According to new data from Experian Hitwise, overall Cyber Monday Web traffic was down 9 percent among the top 500 retail sites in the U.S. But Apple bucked the trend, with a nearly three-quarter increase since 2008.
Apple's increase is especially noteworthy because the largest increase among the top 20 Web sites tracked by Hitwise was Staples, which spiked 61 percent in Web traffic compared to 2008. It was followed by Barnes & Noble, which grew 46 percent in 2009.
The top Cyber Monday Web site, as it has been since 2006, was Amazon. The online retailer continued to grow, adding another 44 percent in visits over 2008. More than 15 percent of all online traffic of the top 500 retail sites went to Amazon.
Coming in second was Walmart with 9.54 percent of all top 500 traffic, followed by Target (5.16 percent), Best Buy (3.56 percent), and JC Penney (2.58 percent). Sites that decreased in traffic since 2008 were Home Depot, down 29 percent, and Overstock.com, which dropped 25 percent.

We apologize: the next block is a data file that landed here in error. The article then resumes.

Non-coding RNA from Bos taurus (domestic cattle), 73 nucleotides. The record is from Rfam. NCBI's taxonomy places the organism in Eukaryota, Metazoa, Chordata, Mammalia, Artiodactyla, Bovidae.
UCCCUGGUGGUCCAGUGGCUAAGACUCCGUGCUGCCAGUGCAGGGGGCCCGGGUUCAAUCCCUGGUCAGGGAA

Cyber Monday is a marketing term coined by the retail industry in 2005 designed to grow online sales. It has been called the single largest day for the purchase of electronics online.
Hitwise also found that social Web sites like Facebook and Twitter drove traffic to top retailers Amazon, Walmart, Target, Best Buy and Toys R Us. The number of users relying on Facebook to find online deals grew 36 percent, while Twitter traffic increased 15 percent.
Apple offered modest discounts on various accessories for its Cyber Monday sale. Major products like MacBooks and iPods were not discounted.
Though Apple did not crack the top 20 for Cyber Monday, Black Friday was particularly strong, as the Mac maker was one of only five retail Web sites that surpassed 4 million unique visitors. Last Friday, Apple saw 39 percent year-over-year growth in Web site traffic.